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Arkansas Divorce Process
Preparing the Divorce Papers
The Complaint for Divorce states that one spouse has been a resident of Arkansas for at least 60 days, and it gives a legal ground for divorce. In Arkansas, grounds for divorce include impotence, a felony conviction, habitual drunkenness, cruel treatment, adultery, separation (the couple lived apart for 18 continuous months), and incurable insanity for one year and living apart for three years, or financial abandonment as well as irreconcilable differences.
Any issues, e.g. property and debt division, child custody, child support and alimony, should also be described in the complaint. If both spouses agree on all divorce issues, they may be able to do an uncontested divorce. They prepare and sign a property settlement agreement and state that all issues raised in the complaint have been resolved.
Filing the Paperwork with the Court
Filing means the plaintiff gives the divorce complaint to the clerk’s office of the circuit court in the county. The plaintiff gives a copy of the signed complaint to the clerk, who gives the plaintiff a copy with a date stamp and notation showing that it has been filed with the court. The clerk then issues the Standard Restraining Order, which states that neither spouse may dissipate marital funds and that neither spouse should harass the other.
Serving the Documents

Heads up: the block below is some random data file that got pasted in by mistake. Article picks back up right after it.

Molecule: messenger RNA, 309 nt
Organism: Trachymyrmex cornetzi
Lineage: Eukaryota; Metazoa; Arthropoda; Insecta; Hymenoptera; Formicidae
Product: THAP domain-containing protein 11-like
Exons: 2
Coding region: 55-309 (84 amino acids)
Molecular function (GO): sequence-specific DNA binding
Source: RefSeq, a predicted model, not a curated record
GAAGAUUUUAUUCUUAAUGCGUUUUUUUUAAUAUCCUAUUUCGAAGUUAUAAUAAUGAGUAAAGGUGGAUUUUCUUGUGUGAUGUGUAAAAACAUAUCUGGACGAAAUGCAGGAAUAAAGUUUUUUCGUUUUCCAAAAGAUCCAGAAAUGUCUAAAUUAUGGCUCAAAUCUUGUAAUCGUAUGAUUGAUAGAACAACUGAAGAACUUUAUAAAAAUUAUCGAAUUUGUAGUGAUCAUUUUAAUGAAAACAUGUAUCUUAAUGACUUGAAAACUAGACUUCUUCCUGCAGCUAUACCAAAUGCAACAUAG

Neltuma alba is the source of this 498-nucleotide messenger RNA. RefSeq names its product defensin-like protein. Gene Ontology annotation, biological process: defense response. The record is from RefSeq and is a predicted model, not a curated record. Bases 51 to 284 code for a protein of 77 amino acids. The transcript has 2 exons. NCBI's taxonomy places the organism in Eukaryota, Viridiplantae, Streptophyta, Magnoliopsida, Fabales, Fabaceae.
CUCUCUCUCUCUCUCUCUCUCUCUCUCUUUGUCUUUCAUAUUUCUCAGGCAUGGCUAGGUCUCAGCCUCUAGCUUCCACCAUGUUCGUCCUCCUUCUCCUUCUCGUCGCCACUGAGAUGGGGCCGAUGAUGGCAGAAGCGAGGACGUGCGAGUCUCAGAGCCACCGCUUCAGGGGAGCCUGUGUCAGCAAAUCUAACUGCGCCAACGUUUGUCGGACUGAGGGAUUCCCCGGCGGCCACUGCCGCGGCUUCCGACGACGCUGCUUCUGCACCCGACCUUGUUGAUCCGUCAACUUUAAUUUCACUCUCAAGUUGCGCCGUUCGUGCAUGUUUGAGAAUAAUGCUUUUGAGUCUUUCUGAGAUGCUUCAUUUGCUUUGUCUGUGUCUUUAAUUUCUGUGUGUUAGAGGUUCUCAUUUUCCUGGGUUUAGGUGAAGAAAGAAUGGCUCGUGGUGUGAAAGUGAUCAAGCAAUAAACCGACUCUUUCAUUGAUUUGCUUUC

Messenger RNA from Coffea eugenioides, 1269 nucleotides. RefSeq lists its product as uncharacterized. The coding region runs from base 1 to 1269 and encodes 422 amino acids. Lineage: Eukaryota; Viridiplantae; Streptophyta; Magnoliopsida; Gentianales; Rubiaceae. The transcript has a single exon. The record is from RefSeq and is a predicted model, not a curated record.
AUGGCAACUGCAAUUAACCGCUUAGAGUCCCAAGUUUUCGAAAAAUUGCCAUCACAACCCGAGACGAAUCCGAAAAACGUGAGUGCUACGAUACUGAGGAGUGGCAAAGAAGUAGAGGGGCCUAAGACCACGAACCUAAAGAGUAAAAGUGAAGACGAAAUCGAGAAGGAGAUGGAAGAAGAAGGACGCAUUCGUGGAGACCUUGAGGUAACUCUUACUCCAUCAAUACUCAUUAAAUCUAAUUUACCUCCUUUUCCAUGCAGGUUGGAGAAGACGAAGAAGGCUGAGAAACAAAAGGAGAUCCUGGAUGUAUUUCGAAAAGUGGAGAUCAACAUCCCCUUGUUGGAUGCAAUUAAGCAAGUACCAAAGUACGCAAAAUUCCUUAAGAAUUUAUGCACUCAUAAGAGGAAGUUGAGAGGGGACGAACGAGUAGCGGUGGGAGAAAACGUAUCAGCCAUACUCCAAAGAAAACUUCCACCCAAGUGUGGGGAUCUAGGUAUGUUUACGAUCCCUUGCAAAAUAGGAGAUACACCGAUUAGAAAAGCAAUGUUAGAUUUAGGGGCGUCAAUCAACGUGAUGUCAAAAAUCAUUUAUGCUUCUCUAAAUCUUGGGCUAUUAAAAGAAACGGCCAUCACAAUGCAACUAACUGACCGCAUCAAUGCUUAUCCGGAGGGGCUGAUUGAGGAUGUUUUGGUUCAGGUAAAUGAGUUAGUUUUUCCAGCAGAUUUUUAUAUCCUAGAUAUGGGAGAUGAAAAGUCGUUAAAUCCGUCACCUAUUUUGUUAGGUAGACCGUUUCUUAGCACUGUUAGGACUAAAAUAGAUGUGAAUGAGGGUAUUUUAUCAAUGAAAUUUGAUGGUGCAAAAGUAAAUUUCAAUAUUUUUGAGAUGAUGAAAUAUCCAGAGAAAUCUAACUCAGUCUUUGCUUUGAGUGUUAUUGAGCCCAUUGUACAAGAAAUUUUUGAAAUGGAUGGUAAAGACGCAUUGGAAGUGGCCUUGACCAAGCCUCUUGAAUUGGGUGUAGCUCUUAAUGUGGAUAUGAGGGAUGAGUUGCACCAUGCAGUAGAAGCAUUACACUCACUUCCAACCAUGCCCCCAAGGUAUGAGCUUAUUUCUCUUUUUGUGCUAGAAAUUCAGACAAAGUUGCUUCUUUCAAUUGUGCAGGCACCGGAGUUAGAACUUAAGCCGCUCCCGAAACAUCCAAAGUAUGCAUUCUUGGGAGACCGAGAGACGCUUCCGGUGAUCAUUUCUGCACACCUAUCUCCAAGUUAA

The plaintiff gives the defendant copies of the divorce papers, which means serving the complaint, and it can be done in any county in Arkansas.
There are several ways to serve a spouse.
Disclosing Financial Information
Depending on local rules, the county of filing may require certain financial disclosures when filing for divorce. This information will likely include income, assets, debts, tax returns, bank statements, credit card statements, personal financial statements, and any other documentation containing financial information that the other spouse or the court should know about.
Uncontested vs. Contested Divorce
If both spouses agree on all divorce issues, they may be able to do an uncontested divorce, which means they agree on everything to be decided. They need to prepare and sign a property settlement agreement and state that all issues raised in the complaint have been resolved.
Finalizing the Divorce
The divorce is finalized the day of a final court hearing, but In Arkansas, a divorce cannot be granted until 30 days after the filing of the complaint for divorce.
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